Apache Geode CHANGELOG

Requirements for Using Custom Classes in Data Caching

Follow these guidelines to use custom domain classes for your cached entry keys and values.


Each member’s CLASSPATH must include classes for all objects the member accesses.

  • For Java applications, use the standard Java CLASSPATH.
  • For the cache server process, use the CLASSPATH environment variable or the gfsh start server’s --classpath parameter. See Running Geode Server Processes.

Data is sent between clients and servers in serialized form and the server stores client data in serialized form. The server does not need to deserialize data to send it to another client or to access it through a PDXInstance, but it does need to deserialize it to access it in other ways. The server CLASSPATH must include the classes for:

  • All entry keys
  • Entry values in regions that the server persists to disk
  • Entry values the server accesses for any reason other than access using a PdxInstance or transfer of the full entry value to a client

For information on PdxInstances, see Data Serialization.

Data Serialization

Geode serializes data entry keys and values for distribution, so all data that Geode moves out of the local cache for any reason must be serializable. Additionally, partitioned regions store data in serialized form. Almost every configuration requires serialization.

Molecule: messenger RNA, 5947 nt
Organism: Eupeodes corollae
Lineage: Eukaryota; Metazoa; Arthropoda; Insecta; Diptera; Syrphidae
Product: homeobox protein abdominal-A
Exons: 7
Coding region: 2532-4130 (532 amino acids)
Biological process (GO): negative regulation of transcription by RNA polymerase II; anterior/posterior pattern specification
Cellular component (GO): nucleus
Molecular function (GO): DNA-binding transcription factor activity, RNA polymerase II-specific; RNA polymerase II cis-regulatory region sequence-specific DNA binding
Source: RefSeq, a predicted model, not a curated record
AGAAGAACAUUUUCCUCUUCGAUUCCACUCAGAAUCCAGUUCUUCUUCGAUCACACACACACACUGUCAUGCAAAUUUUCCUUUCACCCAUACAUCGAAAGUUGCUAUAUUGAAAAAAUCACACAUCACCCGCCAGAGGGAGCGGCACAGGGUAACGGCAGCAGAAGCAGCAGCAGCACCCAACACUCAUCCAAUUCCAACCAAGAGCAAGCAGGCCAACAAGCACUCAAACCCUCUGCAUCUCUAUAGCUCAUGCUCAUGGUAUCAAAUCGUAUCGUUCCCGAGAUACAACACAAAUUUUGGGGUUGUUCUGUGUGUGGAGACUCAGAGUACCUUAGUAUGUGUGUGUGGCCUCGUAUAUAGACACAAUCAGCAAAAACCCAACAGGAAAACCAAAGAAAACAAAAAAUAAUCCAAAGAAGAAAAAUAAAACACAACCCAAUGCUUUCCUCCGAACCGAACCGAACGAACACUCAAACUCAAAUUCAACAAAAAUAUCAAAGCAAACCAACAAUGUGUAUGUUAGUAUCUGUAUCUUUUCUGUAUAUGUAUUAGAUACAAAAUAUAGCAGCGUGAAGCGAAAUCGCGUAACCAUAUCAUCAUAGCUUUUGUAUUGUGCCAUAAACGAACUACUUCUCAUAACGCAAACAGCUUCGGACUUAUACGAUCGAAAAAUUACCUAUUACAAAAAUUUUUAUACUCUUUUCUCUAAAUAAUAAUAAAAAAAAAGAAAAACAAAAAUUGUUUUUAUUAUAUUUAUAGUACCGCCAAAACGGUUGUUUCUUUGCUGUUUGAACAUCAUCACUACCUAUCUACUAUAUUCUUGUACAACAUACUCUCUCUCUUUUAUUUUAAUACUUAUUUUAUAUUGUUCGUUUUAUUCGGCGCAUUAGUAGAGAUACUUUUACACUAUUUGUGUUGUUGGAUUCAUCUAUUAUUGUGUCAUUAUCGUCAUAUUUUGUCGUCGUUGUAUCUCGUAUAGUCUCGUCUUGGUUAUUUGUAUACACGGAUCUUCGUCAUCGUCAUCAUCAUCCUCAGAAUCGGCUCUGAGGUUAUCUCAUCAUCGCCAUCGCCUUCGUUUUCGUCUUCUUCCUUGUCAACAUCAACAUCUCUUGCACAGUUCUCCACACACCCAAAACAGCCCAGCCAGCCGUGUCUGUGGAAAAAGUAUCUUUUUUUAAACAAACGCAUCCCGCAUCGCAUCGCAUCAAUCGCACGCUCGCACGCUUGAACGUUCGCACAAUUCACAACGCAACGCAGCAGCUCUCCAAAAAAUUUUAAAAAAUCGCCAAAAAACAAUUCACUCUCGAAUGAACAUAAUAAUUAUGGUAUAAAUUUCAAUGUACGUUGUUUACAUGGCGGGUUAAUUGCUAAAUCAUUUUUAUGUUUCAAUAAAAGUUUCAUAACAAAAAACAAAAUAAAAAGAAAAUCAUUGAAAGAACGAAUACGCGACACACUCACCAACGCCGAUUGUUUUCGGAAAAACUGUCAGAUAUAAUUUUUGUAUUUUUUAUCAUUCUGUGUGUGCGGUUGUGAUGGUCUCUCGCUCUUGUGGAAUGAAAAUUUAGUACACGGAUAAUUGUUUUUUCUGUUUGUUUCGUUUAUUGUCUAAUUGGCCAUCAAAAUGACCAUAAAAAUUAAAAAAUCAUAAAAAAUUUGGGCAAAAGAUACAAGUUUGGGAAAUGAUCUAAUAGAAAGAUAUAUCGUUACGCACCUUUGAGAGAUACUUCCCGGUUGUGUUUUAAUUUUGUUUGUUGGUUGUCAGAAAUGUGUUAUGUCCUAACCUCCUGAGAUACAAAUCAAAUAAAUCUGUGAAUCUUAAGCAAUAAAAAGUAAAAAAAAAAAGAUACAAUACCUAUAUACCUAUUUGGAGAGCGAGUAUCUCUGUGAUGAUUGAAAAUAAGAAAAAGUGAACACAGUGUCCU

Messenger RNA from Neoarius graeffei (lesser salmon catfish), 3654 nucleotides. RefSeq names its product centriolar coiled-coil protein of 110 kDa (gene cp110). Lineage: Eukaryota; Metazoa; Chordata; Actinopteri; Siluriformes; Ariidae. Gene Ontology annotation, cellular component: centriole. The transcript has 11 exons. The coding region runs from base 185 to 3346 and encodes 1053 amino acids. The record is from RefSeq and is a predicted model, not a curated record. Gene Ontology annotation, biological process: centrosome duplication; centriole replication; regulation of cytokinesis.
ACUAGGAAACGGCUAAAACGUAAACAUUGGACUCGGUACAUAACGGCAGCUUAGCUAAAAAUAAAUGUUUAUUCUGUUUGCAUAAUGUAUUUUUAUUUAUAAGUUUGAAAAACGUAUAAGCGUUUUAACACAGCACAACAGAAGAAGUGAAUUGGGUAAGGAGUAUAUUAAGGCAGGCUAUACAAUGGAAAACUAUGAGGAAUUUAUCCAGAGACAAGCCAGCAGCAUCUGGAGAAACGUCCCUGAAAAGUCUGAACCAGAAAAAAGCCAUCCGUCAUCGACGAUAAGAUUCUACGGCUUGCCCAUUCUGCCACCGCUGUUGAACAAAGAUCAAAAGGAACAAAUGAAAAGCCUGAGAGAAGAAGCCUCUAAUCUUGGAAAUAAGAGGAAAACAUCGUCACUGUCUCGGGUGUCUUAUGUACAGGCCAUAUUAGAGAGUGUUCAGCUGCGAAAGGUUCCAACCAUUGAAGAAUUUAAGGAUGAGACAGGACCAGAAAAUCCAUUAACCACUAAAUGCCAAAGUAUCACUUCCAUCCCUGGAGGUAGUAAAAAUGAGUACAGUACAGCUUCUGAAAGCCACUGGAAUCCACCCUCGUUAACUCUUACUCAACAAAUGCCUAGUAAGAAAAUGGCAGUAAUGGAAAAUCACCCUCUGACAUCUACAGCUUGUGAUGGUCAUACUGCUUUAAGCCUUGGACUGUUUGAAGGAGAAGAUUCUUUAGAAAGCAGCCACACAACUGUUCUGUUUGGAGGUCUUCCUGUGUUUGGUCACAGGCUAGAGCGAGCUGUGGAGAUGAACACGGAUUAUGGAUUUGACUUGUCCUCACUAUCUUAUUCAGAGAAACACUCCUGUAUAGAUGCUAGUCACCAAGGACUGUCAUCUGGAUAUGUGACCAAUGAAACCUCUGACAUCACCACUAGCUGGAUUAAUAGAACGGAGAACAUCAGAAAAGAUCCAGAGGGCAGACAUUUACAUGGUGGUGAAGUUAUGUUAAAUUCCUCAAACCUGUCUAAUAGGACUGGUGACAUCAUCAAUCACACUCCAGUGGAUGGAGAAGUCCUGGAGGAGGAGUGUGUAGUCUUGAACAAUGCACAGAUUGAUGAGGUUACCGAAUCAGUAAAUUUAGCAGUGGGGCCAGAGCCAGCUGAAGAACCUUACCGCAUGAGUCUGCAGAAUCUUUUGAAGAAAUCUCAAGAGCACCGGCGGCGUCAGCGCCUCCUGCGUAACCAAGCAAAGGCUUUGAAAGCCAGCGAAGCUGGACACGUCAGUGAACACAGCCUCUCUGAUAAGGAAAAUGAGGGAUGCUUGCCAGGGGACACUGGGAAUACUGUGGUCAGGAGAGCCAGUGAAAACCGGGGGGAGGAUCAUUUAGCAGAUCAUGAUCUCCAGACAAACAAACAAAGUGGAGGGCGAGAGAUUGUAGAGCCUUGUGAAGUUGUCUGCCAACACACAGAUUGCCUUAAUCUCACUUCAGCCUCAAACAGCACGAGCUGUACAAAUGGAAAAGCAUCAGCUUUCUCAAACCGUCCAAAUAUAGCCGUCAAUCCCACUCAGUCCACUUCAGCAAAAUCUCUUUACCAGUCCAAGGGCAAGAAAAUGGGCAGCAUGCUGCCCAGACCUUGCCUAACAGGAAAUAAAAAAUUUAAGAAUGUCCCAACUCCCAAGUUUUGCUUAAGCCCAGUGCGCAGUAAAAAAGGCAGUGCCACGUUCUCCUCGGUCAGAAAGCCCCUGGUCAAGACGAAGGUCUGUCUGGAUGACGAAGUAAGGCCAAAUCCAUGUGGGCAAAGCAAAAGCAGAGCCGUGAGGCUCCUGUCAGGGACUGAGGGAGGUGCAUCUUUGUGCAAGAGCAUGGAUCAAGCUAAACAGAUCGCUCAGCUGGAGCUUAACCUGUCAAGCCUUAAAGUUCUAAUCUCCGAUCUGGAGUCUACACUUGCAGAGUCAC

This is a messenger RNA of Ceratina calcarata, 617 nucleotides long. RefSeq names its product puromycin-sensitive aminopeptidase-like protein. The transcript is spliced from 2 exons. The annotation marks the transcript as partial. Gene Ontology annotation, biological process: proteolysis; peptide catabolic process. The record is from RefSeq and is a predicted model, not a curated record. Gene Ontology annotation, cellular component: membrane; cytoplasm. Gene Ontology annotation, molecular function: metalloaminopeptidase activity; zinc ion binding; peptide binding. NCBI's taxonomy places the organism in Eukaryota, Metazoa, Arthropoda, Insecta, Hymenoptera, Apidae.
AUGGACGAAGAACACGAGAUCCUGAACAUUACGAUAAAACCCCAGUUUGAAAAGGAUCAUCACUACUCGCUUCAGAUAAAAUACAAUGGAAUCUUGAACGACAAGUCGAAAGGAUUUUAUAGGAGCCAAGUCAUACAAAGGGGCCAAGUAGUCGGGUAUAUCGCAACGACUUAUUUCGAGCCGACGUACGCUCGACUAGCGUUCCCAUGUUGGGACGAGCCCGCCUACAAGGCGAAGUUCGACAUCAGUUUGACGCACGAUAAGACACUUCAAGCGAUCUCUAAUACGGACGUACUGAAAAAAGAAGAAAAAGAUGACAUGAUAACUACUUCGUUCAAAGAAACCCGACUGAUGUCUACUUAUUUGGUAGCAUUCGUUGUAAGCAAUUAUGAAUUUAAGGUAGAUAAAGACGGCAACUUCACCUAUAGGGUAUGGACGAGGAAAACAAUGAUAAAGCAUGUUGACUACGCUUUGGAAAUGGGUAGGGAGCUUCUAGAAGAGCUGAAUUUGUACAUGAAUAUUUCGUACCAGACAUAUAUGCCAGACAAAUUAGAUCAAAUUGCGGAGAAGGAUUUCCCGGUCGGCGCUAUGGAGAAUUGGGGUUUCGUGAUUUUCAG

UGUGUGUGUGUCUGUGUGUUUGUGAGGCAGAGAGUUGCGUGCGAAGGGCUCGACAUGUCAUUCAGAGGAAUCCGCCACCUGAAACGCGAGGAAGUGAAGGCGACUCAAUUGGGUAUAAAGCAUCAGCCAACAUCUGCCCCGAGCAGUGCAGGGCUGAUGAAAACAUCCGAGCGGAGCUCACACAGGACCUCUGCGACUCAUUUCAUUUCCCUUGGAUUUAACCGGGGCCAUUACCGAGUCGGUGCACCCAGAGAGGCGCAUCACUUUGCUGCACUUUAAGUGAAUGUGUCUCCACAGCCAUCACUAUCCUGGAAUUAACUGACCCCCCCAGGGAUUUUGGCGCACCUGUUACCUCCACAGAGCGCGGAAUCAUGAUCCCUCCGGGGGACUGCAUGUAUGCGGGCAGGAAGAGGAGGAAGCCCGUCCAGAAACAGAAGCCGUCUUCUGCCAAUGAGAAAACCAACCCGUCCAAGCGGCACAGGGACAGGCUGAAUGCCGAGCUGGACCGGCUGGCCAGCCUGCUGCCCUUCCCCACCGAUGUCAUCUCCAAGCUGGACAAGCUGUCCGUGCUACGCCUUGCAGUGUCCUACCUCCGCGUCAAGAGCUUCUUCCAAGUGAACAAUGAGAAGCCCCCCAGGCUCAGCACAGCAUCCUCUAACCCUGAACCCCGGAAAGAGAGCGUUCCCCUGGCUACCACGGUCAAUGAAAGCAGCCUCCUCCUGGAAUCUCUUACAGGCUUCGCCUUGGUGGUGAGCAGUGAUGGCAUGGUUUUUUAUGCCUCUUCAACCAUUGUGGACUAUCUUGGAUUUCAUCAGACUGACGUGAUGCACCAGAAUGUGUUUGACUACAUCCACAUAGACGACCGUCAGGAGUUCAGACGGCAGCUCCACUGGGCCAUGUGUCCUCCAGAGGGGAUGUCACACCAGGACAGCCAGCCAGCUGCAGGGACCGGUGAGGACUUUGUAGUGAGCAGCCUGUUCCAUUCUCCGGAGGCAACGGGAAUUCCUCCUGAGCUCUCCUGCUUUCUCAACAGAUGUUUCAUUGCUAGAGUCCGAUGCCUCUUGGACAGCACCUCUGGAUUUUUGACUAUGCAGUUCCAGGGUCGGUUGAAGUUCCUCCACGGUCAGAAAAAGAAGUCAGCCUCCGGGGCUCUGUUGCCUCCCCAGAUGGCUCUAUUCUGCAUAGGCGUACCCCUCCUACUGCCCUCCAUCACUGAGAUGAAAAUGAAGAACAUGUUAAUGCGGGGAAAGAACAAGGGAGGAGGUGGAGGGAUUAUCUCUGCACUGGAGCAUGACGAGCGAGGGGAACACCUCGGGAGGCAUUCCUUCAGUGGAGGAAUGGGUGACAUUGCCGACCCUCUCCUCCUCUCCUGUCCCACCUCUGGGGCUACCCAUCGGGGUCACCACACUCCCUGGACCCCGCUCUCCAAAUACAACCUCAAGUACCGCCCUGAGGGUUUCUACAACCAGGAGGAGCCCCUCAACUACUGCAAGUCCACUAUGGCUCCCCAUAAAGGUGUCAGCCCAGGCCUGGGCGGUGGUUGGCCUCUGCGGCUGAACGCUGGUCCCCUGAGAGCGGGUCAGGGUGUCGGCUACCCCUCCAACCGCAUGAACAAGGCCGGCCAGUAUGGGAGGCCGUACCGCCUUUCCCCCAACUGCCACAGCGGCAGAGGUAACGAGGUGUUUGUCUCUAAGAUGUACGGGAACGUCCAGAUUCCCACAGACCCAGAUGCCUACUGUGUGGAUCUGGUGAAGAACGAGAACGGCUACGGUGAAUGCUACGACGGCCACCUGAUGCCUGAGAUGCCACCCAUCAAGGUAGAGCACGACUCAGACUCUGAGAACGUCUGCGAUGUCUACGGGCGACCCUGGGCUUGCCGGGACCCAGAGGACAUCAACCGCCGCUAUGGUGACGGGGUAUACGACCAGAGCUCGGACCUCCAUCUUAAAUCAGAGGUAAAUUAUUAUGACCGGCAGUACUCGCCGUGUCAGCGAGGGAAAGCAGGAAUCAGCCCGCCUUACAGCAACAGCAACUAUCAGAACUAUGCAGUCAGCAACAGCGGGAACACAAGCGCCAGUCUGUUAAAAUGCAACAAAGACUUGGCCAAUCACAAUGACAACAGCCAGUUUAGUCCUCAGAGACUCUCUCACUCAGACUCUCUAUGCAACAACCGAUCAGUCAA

For information on the requirements and options for data serialization, see Data Serialization.

Classes Used as Keys

The region uses hashing on keys. If you define a custom class to use as a key, for the class, override:

  • equals
  • hashCode. The default hashCode inherited from Object uses identity, which is different in every system member. In partitioned regions, hashing based on identity puts data in the wrong place. For details, see the Java API documentation for java.lang.Object.

Do not call hashCode() on an enum type data member within the key’s custom hashCode() implementation. The enum hashCode() may not be overridden, and its hash is based upon an address. Therefore, an enumerated type’s hashCode() return value can be different on each server, violating the restriction that hashCode() must return the same value on every server that hosts the region.